Great seller! Super fast shipping!
|Dimensions (mm)||10.48 x 8.9 x 7.56mm|
|Weight (carats)||7.88 carats|
The name derives from the Persian zargun, meaning "gold-hued". This word is corrupted into "jargoon", a term applied to light-colored zircons. The English word "zircon" is derived from Zirkon, which is the German adaptation of this word. Yellow, orange and red zircon is also known as "hyacinth", from the flower hyacinthus, whose name is of Ancient Greek origin.
Zircon is common in the crust of Earth. It occurs as a common accessory mineral in igneous rocks (as primary crystallization products), in metamorphic rocks and as detrital grains in sedimentary rocks. Large zircon crystals are rare. Their average size in granite rocks is about 0.1–0.3 mm, but they can also grow to sizes of several centimeters, especially in mafic pegmatites and carbonatites. Zircon is also very resistant to heat and corrosion.
Because of their uranium and thorium content, some zircons undergo metamictization. Connected to internal radiation damage, these processes partially disrupt the crystal structure and partly explain the highly variable properties of zircon. As zircon becomes more and more modified by internal radiation damage, the density decreases, the crystal structure is compromised, and the color changes.
Zircon occurs in many colors, including reddish brown, yellow, green, blue, gray and colorless. The color of zircons can sometimes be changed by heat treatment. Common brown zircons can be transformed into colorless and blue zircons by heating to 800 to 1000 °C. In geological settings, the development of pink, red, and purple zircon occurs after hundreds of millions of years, if the crystal has sufficient trace elements to produce color centers. Color in this red or pink series is annealed in geological conditions above temperatures of around 400 °C.
Zircon has played an important role during the evolution of radiometric dating. Zircons contain trace amounts of uranium and thorium (from 10 ppm up to 1 wt%) and can be dated using several modern analytical techniques. Because zircons can survive geologic processes like erosion, transport, even high-grade metamorphism, they contain a rich and varied record of geological processes. Currently, zircons are typically dated by uranium-lead (U-Pb), fission-track, cathodoluminescence, and U+Th/He techniques. For instance, imaging the cathodoluminescence emission from fast electrons can be used as a prescreening tool for high-resolution secondary-ion-mass spectrometry (SIMS) to image the zonation pattern and identify regions of interest for isotope analysis. This is done using an integrated cathodoluminescence and scanning electron microscope. Zircons in sedimentary rock can identify the sediment source.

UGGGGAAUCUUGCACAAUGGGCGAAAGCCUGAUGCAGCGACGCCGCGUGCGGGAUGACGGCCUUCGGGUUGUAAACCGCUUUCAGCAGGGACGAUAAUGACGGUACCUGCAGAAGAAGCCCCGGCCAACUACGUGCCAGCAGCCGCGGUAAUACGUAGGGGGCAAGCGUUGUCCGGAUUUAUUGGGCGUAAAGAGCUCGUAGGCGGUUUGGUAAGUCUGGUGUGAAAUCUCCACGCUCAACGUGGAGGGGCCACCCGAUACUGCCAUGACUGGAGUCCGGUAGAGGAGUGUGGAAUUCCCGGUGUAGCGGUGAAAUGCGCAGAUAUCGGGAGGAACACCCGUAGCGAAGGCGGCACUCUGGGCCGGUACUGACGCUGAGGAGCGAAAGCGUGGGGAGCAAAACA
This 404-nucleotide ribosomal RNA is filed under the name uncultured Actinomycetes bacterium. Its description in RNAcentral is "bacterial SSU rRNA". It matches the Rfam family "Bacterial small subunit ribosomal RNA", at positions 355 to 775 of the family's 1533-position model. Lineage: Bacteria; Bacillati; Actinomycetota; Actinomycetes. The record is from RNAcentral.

Zircons from Jack Hills in the Narryer Gneiss Terrane, Yilgarn Craton, Western Australia, have yielded U-Pb ages up to 4.404 billion years, interpreted to be the age of crystallization, making them the oldest minerals so far dated on Earth. In addition, the oxygen isotopic compositions of some of these zircons have been interpreted to indicate that more than 4.4 billion years ago there was already water on the surface of the Earth. This interpretation is supported by additional trace element data, but is also the subject of debate. In 2015, "remains of biotic life" were found in 4.1 billion-year-old rocks in the Jack Hills of Western Australia. According to one of the researchers, "If life arose relatively quickly on Earth ... then it could be common in the universe.
Please pay your stones in between
five days or contact me. Otherwise I need to cancel the deal.
If there is anything you shouldn't be satisfied with please just let me now and we will find a way to solve every problem. My aim is to make you happy with beautiful stones of good quality, good communication is the easiest way to understand the others´ needs.
0 bids placed so far
The Gemstone Sheriff program allows our members to request an audit on any auction, which is completed by an independent Gemologist who assesses the accuracy of the item description and pictures.
|Starts||20th Aug 2020 11:42am PDT|
|Ends||17th Sep 2020 11:42am PDT|
|Express Shipping||$70.00||5 days|
|Registered Shipping||$18.00||21 days|
|Standard Shipping - Tracked||$16.00||21 days|
|Standard Shipping - Untracked||$15.00||28 days|
|Shipping Insurance all providers $48.00 (optional)|